Politics & Policy

Herman Cain, Successful CEO

The GOP frontrunner prospered as Big Cheese of Godfather’s Pizza.

Herman Cain has every right to feel uncomfortable.

According to news reports based on anonymous sources, the GOP presidential frontrunner is suspected of unspecified acts of sexual harassment while running the National Restaurant Association in the 1990s. Cain’s first accuser considered coming forward, but now says she will stay in the shadows. Like a hit-and-run driver, she wounded Cain and now speeds off into the night.

#ad# What, if anything, transpired between Cain and his associates remains as unclear as this episode’s ultimate impact on Cain’s upstart, surprisingly successful, and — for many — refreshing candidacy.

Too bad this media Nor’easter overwhelmed two recent stories on a sunnier aspect of Cain’s past: his tenure as CEO of Godfather’s Pizza. If these reports are accurate, Cain is a diligent, cerebral, tough-but-fair executive who turned a failing and flabby organization into a fit, effective enterprise. Imagine if this tested manager could do likewise with America’s paunchy and profligate federal government.

First, between 1983 and 1985, Cain revitalized Burger King’s 450-store Philadelphia region. He moved it from a laggard to a leader among the company’s twelve geographic territories.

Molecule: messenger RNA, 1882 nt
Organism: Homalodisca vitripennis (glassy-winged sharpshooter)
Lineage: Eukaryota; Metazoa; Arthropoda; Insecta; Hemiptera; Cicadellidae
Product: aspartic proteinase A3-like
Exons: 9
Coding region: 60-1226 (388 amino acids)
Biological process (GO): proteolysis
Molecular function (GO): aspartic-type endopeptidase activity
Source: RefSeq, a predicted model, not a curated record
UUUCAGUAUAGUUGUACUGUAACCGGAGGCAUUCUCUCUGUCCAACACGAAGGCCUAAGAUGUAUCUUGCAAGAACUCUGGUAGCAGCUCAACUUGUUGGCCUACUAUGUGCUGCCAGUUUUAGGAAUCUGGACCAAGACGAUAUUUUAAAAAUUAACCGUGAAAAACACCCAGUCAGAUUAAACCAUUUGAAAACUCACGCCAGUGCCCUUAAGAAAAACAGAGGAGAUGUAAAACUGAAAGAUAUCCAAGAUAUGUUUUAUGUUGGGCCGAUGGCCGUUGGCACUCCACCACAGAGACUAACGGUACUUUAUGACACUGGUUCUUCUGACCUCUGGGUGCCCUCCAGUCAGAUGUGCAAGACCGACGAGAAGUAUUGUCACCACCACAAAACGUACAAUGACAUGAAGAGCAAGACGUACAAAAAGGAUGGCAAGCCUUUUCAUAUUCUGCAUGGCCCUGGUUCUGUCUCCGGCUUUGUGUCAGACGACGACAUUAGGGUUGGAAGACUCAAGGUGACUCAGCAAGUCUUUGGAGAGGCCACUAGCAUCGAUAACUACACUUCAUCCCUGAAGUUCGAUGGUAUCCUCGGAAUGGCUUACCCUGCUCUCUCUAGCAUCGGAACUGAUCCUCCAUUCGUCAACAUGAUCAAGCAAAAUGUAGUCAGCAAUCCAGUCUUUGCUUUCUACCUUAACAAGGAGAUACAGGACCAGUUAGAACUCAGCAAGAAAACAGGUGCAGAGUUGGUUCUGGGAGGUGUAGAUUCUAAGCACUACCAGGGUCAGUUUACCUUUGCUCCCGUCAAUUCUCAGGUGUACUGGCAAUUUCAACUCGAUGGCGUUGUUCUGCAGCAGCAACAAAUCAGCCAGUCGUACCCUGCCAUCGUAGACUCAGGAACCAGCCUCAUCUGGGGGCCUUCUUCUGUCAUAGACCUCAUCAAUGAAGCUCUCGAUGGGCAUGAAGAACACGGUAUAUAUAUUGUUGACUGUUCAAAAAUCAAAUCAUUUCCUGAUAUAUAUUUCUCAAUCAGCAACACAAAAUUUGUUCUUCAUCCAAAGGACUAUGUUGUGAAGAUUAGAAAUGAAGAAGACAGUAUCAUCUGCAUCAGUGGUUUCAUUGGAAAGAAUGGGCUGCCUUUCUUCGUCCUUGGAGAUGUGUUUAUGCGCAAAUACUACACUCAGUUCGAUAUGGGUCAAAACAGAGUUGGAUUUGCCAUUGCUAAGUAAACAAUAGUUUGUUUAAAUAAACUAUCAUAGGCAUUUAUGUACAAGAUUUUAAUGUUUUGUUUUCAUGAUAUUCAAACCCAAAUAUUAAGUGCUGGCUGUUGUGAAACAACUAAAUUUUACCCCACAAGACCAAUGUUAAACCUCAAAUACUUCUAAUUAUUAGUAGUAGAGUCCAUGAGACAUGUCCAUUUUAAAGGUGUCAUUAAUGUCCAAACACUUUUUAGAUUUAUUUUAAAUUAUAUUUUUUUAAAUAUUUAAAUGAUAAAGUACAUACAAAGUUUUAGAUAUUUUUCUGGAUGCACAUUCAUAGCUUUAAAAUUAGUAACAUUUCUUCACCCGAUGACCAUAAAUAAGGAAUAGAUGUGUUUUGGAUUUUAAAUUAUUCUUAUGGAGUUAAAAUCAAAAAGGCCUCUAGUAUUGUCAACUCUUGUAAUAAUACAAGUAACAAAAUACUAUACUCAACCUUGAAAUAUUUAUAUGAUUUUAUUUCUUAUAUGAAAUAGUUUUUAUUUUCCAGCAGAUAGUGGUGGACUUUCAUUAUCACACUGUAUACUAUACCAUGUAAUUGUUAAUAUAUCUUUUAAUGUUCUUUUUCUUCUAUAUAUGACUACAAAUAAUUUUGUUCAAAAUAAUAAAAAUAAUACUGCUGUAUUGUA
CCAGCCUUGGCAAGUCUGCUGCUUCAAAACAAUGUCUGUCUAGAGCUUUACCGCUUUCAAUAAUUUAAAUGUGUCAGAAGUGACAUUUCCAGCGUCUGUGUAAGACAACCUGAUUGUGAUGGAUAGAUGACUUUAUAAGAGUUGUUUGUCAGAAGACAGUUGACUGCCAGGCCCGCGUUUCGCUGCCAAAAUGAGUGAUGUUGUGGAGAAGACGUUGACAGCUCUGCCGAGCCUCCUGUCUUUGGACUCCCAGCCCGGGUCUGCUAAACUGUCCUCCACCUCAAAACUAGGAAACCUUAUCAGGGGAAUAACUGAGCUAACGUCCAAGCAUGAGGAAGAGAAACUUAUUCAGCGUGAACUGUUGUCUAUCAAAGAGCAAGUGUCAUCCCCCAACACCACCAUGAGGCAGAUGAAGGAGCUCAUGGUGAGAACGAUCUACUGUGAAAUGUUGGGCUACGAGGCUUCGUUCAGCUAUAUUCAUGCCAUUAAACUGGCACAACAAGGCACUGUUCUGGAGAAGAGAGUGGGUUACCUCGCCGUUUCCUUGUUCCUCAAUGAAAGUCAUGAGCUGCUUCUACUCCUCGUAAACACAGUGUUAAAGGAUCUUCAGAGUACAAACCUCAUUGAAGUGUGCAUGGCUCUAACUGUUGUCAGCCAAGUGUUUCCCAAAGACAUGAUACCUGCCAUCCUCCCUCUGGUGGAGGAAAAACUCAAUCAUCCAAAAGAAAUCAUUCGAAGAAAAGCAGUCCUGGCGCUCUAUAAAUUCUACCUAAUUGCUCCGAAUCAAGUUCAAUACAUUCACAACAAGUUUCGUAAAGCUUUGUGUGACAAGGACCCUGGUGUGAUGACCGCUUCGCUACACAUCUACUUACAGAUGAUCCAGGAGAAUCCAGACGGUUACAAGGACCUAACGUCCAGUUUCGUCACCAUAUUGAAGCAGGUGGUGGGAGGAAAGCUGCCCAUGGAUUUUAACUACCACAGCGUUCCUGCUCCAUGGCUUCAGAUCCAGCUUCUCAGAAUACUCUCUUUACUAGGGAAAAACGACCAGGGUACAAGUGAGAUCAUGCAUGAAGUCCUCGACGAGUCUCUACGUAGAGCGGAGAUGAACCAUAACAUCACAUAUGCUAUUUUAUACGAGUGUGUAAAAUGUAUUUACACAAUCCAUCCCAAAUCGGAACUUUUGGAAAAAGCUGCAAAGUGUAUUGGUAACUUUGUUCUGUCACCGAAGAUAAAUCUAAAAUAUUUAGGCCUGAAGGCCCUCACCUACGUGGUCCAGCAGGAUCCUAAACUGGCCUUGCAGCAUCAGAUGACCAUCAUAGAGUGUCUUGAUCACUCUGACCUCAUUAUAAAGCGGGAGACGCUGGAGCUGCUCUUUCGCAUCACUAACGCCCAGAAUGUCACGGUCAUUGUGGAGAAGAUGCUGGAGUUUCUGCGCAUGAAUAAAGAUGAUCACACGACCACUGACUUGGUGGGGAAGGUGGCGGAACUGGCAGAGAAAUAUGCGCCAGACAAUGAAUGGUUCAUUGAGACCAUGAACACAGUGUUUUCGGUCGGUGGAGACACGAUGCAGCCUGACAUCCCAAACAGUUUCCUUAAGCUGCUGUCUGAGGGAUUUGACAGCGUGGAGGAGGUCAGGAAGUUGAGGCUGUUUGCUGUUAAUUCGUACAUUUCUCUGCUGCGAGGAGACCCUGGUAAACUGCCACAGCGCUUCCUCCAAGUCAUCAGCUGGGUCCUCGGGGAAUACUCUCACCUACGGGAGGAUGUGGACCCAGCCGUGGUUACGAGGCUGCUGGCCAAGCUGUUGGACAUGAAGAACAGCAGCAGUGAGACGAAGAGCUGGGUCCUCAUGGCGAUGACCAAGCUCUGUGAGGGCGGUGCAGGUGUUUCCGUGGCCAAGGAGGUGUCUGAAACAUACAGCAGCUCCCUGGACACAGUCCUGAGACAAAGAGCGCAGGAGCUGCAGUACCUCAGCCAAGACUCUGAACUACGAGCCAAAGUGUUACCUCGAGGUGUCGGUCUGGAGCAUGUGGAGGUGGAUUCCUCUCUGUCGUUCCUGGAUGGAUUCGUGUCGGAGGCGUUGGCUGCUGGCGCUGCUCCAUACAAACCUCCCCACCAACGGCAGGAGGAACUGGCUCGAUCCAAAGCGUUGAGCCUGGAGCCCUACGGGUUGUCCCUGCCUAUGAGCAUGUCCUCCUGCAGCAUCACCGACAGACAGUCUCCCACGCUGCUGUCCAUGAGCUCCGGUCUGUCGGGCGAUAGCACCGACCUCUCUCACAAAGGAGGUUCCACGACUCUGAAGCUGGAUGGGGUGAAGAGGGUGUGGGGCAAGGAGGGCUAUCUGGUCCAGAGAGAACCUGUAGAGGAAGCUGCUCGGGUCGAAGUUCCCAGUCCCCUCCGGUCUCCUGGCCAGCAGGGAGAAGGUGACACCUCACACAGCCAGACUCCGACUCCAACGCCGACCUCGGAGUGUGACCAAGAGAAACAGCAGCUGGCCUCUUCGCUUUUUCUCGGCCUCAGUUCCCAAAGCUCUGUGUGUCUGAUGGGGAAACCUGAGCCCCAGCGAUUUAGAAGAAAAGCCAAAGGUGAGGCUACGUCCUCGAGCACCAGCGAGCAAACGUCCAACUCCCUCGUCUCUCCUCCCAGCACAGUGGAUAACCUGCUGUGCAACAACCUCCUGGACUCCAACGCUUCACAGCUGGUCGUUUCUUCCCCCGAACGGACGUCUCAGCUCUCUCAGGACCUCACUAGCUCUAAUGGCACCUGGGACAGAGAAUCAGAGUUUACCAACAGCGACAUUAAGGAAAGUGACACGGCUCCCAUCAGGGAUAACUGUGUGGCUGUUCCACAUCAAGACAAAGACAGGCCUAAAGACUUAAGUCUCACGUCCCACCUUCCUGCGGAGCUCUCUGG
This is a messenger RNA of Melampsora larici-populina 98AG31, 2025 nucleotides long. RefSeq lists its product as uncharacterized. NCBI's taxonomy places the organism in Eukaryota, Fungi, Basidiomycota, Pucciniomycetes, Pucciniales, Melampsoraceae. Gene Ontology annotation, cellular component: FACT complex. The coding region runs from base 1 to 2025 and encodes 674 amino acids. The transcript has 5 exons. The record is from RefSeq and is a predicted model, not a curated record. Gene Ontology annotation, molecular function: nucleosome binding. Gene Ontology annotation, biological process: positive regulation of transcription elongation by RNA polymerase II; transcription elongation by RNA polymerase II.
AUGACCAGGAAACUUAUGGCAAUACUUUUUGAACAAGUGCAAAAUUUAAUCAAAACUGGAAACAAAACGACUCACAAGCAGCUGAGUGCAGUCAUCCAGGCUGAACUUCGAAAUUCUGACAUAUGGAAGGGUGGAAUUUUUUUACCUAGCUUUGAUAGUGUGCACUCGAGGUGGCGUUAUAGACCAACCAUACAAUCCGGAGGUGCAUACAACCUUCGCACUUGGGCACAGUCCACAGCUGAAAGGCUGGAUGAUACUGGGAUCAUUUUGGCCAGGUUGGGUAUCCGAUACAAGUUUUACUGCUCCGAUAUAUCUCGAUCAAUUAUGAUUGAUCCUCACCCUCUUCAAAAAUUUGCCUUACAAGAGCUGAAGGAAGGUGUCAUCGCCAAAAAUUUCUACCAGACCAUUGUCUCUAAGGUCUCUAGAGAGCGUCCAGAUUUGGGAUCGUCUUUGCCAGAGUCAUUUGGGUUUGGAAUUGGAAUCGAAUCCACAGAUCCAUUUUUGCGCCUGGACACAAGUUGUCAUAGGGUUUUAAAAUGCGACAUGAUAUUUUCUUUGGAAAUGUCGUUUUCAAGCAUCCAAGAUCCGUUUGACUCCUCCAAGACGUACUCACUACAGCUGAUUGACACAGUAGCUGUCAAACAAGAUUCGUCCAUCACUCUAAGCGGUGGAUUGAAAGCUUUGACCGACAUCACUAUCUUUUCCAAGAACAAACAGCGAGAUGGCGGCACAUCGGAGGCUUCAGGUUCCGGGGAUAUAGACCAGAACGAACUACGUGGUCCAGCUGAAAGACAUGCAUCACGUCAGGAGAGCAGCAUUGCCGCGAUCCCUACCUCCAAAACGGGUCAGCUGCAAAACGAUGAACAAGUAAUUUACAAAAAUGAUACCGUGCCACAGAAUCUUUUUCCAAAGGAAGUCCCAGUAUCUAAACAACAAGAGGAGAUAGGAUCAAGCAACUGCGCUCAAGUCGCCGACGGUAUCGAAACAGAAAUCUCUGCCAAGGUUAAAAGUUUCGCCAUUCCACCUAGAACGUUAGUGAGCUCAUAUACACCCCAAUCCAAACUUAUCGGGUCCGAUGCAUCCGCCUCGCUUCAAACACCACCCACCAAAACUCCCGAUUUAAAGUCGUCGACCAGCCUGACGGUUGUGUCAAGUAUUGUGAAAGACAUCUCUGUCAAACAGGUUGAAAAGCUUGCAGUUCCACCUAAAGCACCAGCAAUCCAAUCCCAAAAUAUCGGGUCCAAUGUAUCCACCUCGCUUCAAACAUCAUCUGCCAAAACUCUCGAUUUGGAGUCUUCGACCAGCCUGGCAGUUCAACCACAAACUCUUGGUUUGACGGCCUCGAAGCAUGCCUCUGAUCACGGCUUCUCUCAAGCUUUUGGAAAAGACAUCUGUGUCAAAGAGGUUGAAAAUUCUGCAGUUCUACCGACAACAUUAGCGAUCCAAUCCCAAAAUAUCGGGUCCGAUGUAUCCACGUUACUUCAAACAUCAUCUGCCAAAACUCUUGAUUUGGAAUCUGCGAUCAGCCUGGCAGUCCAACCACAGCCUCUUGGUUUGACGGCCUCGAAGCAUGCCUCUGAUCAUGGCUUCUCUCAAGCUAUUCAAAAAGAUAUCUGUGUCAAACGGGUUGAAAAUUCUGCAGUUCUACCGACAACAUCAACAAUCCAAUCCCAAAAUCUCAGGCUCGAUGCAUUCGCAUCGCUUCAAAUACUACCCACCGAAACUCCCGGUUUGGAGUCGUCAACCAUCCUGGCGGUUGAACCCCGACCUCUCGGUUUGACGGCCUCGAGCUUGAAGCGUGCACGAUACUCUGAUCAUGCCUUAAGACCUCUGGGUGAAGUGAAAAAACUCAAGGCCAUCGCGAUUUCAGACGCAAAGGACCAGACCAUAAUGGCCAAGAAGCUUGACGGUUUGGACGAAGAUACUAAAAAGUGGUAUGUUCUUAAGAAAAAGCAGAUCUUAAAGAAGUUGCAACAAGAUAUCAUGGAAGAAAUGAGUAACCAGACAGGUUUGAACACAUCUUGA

“My career spans 38 years, and I’ve worked for 26 different managers,” said Frank Taylor, Cain’s former regional controller at Burger King. “Herman was far and away the best I’ve worked for in terms of getting a team together, sharing a vision, and accomplishing the goals. And nothing diverted him.”

Pillsbury brass then tapped Cain to resuscitate Godfather’s Pizza. They gave him one year. Godfather’s “had one foot in the grave and another on a banana peel,” Cain has said. According to Neal St. Anthony’s article in the October 30 Minneapolis Star-Tribune, Godfather’s was “waylaid by a tired menu, demoralized employees, and lousy results.”

“I’m Herman Cain and this ain’t no April Fool’s joke,” he told Godfather’s employees upon arrival on April 1, 1986. “We are not dead. Our objective is to prove to Pillsbury and everybody else that we will survive.”

Cain got very busy indeed. He worked long hours, gave frequent pep talks, canvassed employees individually for their ideas, and even cooked pizzas himself — both in Godfather’s test kitchen and its retail locations.

Cain energized his headquarters staff with after-work sing-alongs and expected top supervisors to communicate on a first-name basis with all of their subordinates. Cain tested them on this skill. He also pressed $50 bills into the palms of employees whose customer service or pizza-making prowess impressed him as he visited Godfather’s outlets.

“Herman was very quantitative and analytical,” former Pillsbury executive George Mileusnic recalled in the Star-Tribune, “but he demanded that everybody be engaged, and every employee must be appreciated and respected.”

“He’s very, very inspiring,” Godfather’s marketing director Charles Henderson told Brady Dennis in the October 23 Washington Post. “The guy can convince you to run through a wall.”